Parents voiced their frustrations Tuesday night at a town hall meeting after learning Porter Ranch Community School would receive only a fraction of the money expected for becoming a “pilot school” next year.
The Porter Ranch Neighborhood Council held the meeting at Shepherd of the Hills Church. An estimated 400 people, including students holding signs, tried to attend the meeting. Many people were forced to wait outside in the hallway because the room was full.
“We needed a school up here for so many years, and it’s great to build it but you can’t then pull the rug out from under it and expect it to operate with the same programs and classroom instruction on a shoestring budget,” Los Angeles City Councilmember Mitch Englander said.
Los Angeles Unified school board member Tamar Galatzan said the K-8 school, which opened two years ago, began looking for additional money because they could not operate within the budget provided by the state. School administrators anticipated their $60,000 in planned funding would be reduced next year, and the idea of converting to a “pilot school,” which included additional funding and more autonomy, was raised.
Under the funding model at the time, pilot schools received a dollar allocation per student. The LAUSD Budget Services and Financial Planning Division informed the school it would have received $249,500 based on its enrollment of 720 students in 2012-13. With LAUSD projecting the school’s enrollment will reach 1,100 next year, Porter Ranch expected even more funding. The school applied for pilot status in October.
Earlier this year when LAUSD sent principals their school’s starting budget for 2014-15, Porter Ranch was informed it would receive only $24,900. Principal Mary Melvin said she initially thought a zero was missing, but the drastically reduced funding was actually a result of the new Local Control Funding Formula signed into law by Gov. Jerry Brown in July 2013.
“It basically threw out the old way we funded education and replaced it with a different system,” Galatzan said. “One of the downsides to it is a lot of these secret buckets of money that schools were using, including the charter school block grant and the pilot model, were no longer available as funding models.”
The regulations for implementing the new formula were approved in January, and Galatzan and LAUSD officials maintain they were not aware until then that pilot funding would be cut. Carl Petersen, who is running against Galatzan in next year’s election, said LAUSD never should have provided funding estimates to the school community when they knew changes were coming.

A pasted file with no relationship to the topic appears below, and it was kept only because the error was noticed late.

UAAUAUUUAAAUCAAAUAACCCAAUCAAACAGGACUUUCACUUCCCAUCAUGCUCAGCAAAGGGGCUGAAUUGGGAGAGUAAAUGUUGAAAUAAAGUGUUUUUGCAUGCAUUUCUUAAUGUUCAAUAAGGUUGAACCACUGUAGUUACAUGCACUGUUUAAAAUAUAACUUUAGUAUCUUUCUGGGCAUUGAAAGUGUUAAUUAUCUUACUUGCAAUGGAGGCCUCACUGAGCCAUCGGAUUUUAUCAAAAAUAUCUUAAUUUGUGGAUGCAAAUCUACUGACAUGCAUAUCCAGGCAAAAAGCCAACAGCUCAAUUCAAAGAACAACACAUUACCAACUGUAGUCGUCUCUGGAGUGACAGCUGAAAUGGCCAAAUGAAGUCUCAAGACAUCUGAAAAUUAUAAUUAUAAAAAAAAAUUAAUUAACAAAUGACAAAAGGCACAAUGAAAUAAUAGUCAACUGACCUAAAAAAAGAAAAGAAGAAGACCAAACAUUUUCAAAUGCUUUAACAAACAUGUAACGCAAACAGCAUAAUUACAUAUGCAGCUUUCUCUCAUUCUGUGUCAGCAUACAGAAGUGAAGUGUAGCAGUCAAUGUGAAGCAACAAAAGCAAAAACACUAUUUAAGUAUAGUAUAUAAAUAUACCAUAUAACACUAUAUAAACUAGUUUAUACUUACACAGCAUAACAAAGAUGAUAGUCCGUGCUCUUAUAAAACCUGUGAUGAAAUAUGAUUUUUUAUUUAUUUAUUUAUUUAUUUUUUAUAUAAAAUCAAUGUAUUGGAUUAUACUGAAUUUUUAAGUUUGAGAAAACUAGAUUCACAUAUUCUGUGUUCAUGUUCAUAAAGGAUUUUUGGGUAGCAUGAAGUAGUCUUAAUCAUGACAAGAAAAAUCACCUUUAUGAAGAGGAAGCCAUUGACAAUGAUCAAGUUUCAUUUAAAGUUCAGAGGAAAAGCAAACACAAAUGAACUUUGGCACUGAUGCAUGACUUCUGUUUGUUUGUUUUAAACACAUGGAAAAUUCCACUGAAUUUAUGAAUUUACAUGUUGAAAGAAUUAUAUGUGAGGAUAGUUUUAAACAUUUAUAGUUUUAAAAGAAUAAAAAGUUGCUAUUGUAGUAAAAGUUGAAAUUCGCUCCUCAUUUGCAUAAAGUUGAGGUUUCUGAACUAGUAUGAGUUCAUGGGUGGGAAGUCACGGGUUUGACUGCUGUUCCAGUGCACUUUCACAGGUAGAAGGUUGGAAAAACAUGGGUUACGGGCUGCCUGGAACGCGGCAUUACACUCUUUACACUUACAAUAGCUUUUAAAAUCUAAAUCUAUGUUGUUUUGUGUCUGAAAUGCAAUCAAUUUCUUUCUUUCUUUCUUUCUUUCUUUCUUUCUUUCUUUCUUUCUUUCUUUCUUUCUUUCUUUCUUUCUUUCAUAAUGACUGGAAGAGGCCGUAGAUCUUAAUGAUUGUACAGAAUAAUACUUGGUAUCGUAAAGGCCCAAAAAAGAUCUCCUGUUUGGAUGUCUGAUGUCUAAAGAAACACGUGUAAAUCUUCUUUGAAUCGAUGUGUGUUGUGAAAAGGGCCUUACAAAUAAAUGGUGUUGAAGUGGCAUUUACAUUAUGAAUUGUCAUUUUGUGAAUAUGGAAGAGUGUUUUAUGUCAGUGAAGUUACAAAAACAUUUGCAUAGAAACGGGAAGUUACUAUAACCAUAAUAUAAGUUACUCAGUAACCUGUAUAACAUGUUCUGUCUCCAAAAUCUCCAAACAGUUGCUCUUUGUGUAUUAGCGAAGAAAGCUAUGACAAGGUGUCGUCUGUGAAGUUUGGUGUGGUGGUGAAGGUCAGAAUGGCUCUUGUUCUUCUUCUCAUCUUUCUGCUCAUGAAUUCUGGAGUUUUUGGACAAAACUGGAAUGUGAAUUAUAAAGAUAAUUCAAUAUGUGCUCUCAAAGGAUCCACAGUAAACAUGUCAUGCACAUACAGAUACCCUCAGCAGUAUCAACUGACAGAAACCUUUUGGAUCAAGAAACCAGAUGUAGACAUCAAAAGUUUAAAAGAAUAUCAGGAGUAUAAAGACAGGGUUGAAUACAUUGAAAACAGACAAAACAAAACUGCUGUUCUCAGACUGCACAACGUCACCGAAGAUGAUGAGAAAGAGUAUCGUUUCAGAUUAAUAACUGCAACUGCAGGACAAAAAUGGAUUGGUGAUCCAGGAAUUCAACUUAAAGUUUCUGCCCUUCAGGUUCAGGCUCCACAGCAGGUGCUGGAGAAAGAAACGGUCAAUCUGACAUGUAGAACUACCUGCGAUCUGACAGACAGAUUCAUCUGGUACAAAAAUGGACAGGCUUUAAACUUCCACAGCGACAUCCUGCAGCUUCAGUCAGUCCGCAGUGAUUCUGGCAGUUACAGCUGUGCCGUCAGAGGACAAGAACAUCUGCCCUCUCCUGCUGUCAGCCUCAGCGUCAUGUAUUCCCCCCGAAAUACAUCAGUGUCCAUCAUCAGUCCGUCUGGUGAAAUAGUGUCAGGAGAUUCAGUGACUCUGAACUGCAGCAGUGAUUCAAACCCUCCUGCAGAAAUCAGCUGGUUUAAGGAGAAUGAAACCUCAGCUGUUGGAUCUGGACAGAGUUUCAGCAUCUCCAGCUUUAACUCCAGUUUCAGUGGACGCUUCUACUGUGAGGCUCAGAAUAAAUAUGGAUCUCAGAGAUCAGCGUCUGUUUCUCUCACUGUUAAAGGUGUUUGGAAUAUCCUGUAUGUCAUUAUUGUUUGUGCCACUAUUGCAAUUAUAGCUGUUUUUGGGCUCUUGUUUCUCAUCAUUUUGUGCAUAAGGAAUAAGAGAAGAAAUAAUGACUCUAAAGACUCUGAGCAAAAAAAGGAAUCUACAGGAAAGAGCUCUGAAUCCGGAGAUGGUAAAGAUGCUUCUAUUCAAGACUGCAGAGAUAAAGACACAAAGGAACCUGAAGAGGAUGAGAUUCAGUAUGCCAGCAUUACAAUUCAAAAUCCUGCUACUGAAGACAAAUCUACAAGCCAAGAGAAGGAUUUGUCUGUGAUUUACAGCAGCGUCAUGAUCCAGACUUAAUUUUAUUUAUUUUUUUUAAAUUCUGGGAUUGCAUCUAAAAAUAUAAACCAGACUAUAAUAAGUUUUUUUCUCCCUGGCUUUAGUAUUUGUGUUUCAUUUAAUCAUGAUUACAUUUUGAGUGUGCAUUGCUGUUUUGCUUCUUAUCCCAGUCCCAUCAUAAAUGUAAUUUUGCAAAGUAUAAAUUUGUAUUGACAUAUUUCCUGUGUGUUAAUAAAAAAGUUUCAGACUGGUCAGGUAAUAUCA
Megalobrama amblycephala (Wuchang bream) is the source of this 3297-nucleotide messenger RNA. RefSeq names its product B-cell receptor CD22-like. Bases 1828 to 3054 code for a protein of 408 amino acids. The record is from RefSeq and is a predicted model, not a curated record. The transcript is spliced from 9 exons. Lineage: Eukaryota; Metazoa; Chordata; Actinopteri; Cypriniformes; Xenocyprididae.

LA Unified passed a “hold harmless” policy so that schools will receive at least as much money next year as they did this year. Established pilot schools will continue to receive funding, oftentimes hundreds of thousands of dollars per year, but Porter Ranch does not fall under the policy since it was not a pilot last year.
“It’s not fair to the district that we thought the state was offering us money and then they took it from us,” Galatzan said. “It’s incredibly frustrating, but the state changed the rules on all of us.”
The new law ensures increased funding for schools with low-income students, English learners and foster youth. LA Unified overwhelmingly supported the new funding formula because most schools in the district benefit. Schools in more affluent areas are likely to lose money under the new formula. Porter Ranch does not receive federal Title I funding because more than half of its students are not low-income.
“We are a very poor district, and schools up here are an outlier,” Galatzan said. “Because the schools are so high-performing, everyone’s like, they’re not on fire, we don’t have to pay attention to them.”
Galatzan said her colleagues look at high-performing schools in the West Valley and assume they do not need funding.
“I don’t think the vast majority of teachers have any idea what it’s like at a school where you’re holding a fundraiser in order to buy toilet paper,” she said.
The crowd cheered when one audience member asked about the possibility of seceding from LAUSD. Several people, including neighborhood council members, talked about driving to Sacramento and protesting the law.
“None of us want to see children who are poor go without food. That’s not what we’re asking, but because our children have food, should we have to suffer educationally speaking?” Porter Ranch Neighborhood Council member Becky Leveque said.
According to a parents advocacy group, the budget cuts will make it difficult to pay for school supplies and materials and intervention for at-risk students. Melvin, the school’s principal, said the Korean dual-language program at the school is not in jeopardy as some parents feared.
“We’ll continue to educate your children and keep them safe at the standards you’ve grown to expect and require. That’s going to be my promise to you all as your principal,” Melvin said.
On May 21, the superintendent authorized a $57,000 augmentation to add a second administrator at Porter Ranch, and the district has been working to fund four positions which were missing from the initial budget. As a result of discussions prompted by lobbying from the school, the budget may temporarily be increased to $158,000 as a result of “hold harmless” funds, additional library aide and middle school class-size reduction funds and $60,000 in funds left over from last year.
John Lee, Englander’s chief of staff, questioned why Porter Ranch does not directly receive money from developer fees. A developer planning to build new gated communities in the area pays approximately $3.20 per square foot to LAUSD – an estimated $10,000 per home. LAUSD officials said they would look into it.
Erik Richardson, a senior field representative for Assemblymember Scott Wilk, said their office will try to help, possibly introducing legislation that would close some loopholes in the funding formula.